Read more about A level results.

IGCSEs and International A levels

IGCSEs are an internationally recognised qualification and are taken in more than 120 countries around the world. While they are no longer recognised in the UK government’s performance tables, as they are now seen as easier than the reformed GCSEs, they remain popular with independent schools.The number of entries for the 2019 Cambridge International AS & A Level qualifications has grown by seven per cent, while the number of entries for IGCSE has also risen by four percent. Globally, the most popular AS & A Level subjects are Maths, Physics and Chemistry, while the most popular IGCSEs are Maths, Physics and First Language English.Christine Özden, chief executive officer for Cambridge International, says, “This year... we have seen growth in entries across all of our qualifications. I am particularly pleased to see so many new schools joining us this year and now able to offer our wide variety of qualifications and syllabuses across the Cambridge Pathway to their students.”

International Schools – What do global mobility experts need to know?

IB Diploma sees a global increase

The IB is a broad, internationally recognised qualification that lends itself to continuing in higher education at universities around the world. It’s taught in 153 countries and, owing to its transferable curriculum, it is a popular choice for globally mobile families. This year, more than 169,000 students around the world celebrated receiving their IB diploma results and join more than 1.85 million graduates, which marks a two per cent increase on last year.Dr Siva Kumari, IB director general, explains the benefits of the IB, “Higher Education institutions and employers alike are telling us we need young people who can collaborate, communicate and think critically while creating new knowledge. Research suggests that an IB diploma prepares students with these skills.”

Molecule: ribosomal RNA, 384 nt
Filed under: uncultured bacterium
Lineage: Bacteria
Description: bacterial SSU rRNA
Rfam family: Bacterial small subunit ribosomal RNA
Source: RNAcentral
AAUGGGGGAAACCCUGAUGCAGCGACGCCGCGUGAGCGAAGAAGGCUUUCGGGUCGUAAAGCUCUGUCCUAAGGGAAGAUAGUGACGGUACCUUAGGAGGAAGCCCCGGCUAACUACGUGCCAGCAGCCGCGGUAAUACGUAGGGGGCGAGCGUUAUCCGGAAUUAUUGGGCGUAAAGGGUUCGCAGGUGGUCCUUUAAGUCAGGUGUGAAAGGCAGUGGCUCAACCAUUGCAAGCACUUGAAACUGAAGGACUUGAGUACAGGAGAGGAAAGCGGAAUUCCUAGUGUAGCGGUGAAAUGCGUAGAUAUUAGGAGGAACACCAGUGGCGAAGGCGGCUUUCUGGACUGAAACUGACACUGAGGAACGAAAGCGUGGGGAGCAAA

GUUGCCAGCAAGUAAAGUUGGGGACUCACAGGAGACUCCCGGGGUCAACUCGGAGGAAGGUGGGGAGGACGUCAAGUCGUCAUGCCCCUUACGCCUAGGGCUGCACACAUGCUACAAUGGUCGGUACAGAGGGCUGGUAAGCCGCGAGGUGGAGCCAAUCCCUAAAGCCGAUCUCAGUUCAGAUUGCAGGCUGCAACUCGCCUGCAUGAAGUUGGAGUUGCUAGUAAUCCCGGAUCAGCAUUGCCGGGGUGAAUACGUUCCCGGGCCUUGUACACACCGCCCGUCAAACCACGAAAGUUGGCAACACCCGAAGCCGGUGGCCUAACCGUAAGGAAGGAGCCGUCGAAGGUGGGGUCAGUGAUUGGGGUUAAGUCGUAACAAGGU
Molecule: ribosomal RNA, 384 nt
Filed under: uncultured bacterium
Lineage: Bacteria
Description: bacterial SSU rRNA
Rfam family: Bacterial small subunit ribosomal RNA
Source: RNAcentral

International schools: IB results

  • The ACS International trio of schools – Cobham, Egham and Hillingdon – all reported excellent results. Students at both Cobham (16 per cent) and Egham (more than one-third) were awarded 38 points or above, out of a maximum of45. Hillingdon achieved a 100 per cent pass rate, with an average score of31 points, while nine per cent of students were awarded 38 points or above.
  • The largest graduating class in the 28-year history of the Bavarian International School gAG (BIS) – which has campuses in Haimhausen and Munich City (Leopoldstrasse) – has earned an average of 34.3 points, which is well above the global average of 29.7. Dr Chrissie Sorenson, school director and executive board of BIS says, “Our philosophy is not primarily about grades, but about the overall development of each child and the individual approach to each character.” 

  • Sevenoaks School in Kent, UK also had its largest-ever cohort at 224 students, which is among the biggest of UK and global IB schools. Students achieved an average IB score of39.3 points; about 10 points above the world average.
  • Fifteen students achieved the maximum 45 points, with more than 50 per cent of the cohort achieving 40 points or more.
Learn more about IB results.

For more information, see our Education and Schools pages.